As the NFT hype begins to wane, professionals in the tech, art, and legal fields are attempting to create some long-term stability by addressing the many issues that plague the medium. CXIP Labs, a new start-up that aspires to create a verification process for NFTs, aims to reduce art theft by providing a minting service that works across marketplaces.
Jeff Gluck, the program’s founder, is an intellectual property lawyer focused on artists’ rights. He recently worked with street artist Smash 137, who sued General Motors after the company used the artist’s work for its advertisements. Smash 137 alleged that the car company did so without their consent.
In an interview, Gluck said the new platform is the first of its kind. CXIP will essentially provide the means for verifying NFTs, offering greater security for buyers and artists alike. The platform could be “integrated into any NFT marketplace, auction house, and so forth,” Gluck told ARTnews. “The idea is for all market participants to adopt this better, standardized minting solution, creating consistency and compatibility through the industry.”
Already, CXIP Labs is working with a variety of creators who are hoping to protect their digital assets, including artists Lucien Smith and Jen Stark and streetwear designer Darren Romanelli. With the recent appointment of artist Daniel Arsham as chief brand officer, CXIP is slated to officially launch in July.
Much like street artists, digital artists often face the possibility that their work will be stolen or copied by others. Gluck’s new initiative could potentially remedy this problem. The inspiration for CXIP Labs was a result of the 2019 Supreme Court ruling Fourth Estate Pub. Benefit Corp. v. Wall-Street.com, which requires artworks to be copyrighted in order from them to be legally protected.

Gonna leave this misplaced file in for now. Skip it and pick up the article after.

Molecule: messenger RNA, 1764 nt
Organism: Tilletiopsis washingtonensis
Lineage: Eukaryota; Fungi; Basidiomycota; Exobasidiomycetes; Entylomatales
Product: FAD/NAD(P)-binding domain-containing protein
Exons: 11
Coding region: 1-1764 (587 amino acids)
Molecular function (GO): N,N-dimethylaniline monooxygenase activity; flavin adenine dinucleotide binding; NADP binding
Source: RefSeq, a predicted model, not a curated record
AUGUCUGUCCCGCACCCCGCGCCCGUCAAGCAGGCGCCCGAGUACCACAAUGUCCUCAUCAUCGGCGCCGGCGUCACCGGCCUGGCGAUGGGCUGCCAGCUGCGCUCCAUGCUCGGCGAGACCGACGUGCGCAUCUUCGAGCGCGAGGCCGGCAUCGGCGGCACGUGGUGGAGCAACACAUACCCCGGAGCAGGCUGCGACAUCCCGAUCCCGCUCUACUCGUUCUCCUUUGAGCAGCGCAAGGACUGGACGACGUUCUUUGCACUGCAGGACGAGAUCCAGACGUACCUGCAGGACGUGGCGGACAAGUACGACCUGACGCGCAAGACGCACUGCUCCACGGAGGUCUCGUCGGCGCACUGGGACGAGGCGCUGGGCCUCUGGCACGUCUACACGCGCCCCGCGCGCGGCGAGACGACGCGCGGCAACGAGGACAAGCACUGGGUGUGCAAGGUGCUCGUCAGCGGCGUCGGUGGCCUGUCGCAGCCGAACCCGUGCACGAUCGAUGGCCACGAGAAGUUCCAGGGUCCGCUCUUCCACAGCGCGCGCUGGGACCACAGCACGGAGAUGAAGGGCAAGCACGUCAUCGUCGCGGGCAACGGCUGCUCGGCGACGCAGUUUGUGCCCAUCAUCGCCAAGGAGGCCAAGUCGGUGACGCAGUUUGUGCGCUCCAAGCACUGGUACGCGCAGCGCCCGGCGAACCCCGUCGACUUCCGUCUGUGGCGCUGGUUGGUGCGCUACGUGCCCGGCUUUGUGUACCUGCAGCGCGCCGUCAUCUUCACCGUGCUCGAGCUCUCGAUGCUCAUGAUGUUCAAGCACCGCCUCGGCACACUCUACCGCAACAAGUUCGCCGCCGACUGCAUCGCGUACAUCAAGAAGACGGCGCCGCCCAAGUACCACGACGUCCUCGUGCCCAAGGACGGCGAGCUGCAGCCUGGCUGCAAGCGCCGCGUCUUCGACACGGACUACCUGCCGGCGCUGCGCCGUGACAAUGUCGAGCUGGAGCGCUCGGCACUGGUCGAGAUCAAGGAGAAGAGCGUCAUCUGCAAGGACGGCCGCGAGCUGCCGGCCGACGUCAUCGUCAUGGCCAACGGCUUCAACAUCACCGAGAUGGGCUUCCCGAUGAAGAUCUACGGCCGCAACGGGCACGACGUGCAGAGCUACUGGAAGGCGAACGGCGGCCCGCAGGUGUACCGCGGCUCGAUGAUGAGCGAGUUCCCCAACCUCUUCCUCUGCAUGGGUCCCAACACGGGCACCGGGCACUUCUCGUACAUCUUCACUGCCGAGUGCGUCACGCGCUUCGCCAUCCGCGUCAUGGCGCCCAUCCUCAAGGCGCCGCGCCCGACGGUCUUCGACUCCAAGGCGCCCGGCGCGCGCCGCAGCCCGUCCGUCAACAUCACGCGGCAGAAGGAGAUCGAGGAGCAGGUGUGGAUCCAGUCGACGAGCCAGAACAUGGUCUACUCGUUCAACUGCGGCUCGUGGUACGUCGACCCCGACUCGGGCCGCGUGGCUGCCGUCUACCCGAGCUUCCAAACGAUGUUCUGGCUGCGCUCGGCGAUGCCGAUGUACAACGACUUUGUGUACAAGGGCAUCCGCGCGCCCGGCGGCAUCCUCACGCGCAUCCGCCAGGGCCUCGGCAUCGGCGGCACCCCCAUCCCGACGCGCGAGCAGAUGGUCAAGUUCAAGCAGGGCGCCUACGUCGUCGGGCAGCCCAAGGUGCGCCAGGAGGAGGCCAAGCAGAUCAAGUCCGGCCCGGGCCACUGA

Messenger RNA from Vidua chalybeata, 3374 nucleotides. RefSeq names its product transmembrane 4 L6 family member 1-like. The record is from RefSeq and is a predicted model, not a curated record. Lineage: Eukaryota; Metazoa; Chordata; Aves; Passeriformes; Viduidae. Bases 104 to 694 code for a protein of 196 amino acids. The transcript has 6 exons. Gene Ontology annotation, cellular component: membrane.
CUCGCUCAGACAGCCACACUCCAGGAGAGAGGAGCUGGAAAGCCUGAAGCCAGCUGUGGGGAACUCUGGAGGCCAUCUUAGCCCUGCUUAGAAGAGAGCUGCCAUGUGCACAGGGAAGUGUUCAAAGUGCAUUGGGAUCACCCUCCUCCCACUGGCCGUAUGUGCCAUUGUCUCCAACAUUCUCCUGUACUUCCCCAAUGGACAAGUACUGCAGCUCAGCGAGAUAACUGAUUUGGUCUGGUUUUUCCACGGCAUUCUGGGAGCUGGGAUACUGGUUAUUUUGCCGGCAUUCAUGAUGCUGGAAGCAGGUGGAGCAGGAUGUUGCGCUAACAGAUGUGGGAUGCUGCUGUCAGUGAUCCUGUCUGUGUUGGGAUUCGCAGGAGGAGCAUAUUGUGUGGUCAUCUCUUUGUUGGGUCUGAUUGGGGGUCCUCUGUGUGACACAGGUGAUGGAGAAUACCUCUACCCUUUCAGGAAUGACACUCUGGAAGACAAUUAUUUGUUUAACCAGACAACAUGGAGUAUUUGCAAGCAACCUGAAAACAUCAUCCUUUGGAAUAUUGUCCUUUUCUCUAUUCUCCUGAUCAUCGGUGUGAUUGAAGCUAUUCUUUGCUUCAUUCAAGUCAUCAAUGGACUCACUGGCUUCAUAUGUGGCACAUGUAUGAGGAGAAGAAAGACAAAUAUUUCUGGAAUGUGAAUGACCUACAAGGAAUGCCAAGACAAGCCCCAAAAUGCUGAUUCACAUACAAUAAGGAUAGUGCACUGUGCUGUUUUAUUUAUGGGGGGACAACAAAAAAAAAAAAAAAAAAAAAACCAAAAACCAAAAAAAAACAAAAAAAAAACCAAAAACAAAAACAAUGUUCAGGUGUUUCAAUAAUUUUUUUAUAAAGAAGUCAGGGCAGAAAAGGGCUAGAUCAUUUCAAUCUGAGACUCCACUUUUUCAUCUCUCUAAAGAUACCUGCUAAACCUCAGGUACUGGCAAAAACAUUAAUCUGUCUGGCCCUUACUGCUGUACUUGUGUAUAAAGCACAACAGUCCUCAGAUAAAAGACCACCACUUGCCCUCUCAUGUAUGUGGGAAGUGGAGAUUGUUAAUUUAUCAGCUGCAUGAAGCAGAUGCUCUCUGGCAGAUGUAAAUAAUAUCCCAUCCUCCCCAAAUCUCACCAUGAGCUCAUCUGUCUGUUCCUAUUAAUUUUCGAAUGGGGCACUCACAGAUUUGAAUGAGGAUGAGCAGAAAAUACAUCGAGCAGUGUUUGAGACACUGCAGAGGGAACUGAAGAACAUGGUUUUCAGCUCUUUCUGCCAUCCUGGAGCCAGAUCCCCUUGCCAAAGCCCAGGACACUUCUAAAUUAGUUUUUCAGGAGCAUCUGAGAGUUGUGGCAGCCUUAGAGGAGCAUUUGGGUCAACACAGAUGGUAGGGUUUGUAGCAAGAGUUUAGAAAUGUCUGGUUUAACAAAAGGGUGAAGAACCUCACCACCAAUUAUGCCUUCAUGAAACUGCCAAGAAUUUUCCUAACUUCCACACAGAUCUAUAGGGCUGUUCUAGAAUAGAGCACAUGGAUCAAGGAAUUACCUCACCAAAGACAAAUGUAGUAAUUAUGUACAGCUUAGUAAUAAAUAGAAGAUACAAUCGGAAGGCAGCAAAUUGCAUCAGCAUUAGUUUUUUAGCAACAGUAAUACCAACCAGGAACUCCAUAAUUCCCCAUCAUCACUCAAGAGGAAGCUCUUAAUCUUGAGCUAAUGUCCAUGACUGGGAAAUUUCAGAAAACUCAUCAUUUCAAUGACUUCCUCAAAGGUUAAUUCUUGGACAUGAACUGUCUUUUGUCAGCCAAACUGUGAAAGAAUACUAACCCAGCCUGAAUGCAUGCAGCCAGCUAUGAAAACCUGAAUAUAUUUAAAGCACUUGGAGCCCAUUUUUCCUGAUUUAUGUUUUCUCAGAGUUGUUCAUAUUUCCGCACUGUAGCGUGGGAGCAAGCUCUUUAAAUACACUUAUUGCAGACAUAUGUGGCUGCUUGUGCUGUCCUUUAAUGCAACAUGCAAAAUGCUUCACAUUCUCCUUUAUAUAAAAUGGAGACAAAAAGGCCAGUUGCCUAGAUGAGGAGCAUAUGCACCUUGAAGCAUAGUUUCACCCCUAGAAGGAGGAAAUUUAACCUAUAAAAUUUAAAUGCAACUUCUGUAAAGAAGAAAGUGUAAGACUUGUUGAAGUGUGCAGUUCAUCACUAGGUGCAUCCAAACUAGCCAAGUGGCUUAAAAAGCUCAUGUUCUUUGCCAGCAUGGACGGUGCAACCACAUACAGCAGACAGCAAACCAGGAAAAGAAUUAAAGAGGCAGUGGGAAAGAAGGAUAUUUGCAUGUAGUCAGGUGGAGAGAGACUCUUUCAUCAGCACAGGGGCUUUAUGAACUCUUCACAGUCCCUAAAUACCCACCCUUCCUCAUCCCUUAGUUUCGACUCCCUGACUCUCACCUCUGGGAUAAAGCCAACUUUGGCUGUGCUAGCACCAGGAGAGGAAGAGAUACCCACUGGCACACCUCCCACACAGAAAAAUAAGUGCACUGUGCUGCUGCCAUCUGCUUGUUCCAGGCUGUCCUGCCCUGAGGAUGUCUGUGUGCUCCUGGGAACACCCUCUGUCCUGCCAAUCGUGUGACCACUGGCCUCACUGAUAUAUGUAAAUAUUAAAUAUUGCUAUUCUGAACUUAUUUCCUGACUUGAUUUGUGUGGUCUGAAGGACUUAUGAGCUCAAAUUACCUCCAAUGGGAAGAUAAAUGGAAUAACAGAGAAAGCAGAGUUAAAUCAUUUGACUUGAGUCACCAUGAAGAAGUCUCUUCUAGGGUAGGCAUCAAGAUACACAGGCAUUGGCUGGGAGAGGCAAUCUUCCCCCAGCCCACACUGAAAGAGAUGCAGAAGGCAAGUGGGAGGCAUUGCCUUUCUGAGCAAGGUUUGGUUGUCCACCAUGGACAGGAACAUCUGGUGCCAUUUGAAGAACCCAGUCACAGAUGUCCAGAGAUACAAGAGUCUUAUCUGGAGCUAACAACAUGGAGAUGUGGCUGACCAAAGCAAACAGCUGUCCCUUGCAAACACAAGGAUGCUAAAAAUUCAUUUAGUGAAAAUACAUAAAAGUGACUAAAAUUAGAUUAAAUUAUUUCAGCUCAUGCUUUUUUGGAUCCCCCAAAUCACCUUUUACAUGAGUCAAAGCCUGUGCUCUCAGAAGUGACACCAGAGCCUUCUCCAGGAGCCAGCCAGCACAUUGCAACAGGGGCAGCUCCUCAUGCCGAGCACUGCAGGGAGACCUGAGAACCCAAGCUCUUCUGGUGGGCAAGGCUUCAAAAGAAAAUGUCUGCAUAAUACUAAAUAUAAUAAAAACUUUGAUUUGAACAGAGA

Finding the traditional copyright system antiquated and difficult to use, Gluck began putting together a simplified online portal for artists to easily copyright their work. He quickly realized that this could be used as a verification service for NFTs and used it as the basis for starting CXIP Labs.
CXIP’s authenticated NFTs would appear with a verified symbol, similar to Twitter’s blue check mark, that signals to buyers that the works are coming directly from artists, no matter where the pieces appear. Minting processes, wherein a digital asset is recorded on the blockchain, thereby creating a smart contract. These kinds of contracts are currently offered by different platforms, but they can vary wildly, leaving open opportunities for counterfeiters.
Factors such as the quality of how the work is accessed, royalty agreements, ownership, and more change depending on what platform was used to mint the NFT. The resulting contracts are often incompatible with other marketplaces, making it difficult to trade artworks across platforms. CXIP, by contrast, will allow for cross-platform trading, and its system can be used to reduce scams and voided contracts, ensuring that artists continue to receive royalties as their NFTs are copied and circulated online.
Verifying an NFT through CXIP has many benefits but ultimately copyright registration is necessary for legal protections. “If you don’t register your work, you have no opportunity to legally enforce your rights against someone who is using your work without permission,” Gluck said. But that doesn’t mean it will fully provide protection in court. “You can’t walk into a courtroom and say, ‘I put this on the blockchain, I can enforce my rights, because it’s not recognized [as proof of ownership].’”
Other startups are also attempting to create authentication processes, but Gluck claims they fall short: “Even if you tied a separate token of authenticity to an NFT that was minted in a flawed way, those flaws are still there, and the NFT is still vulnerable.”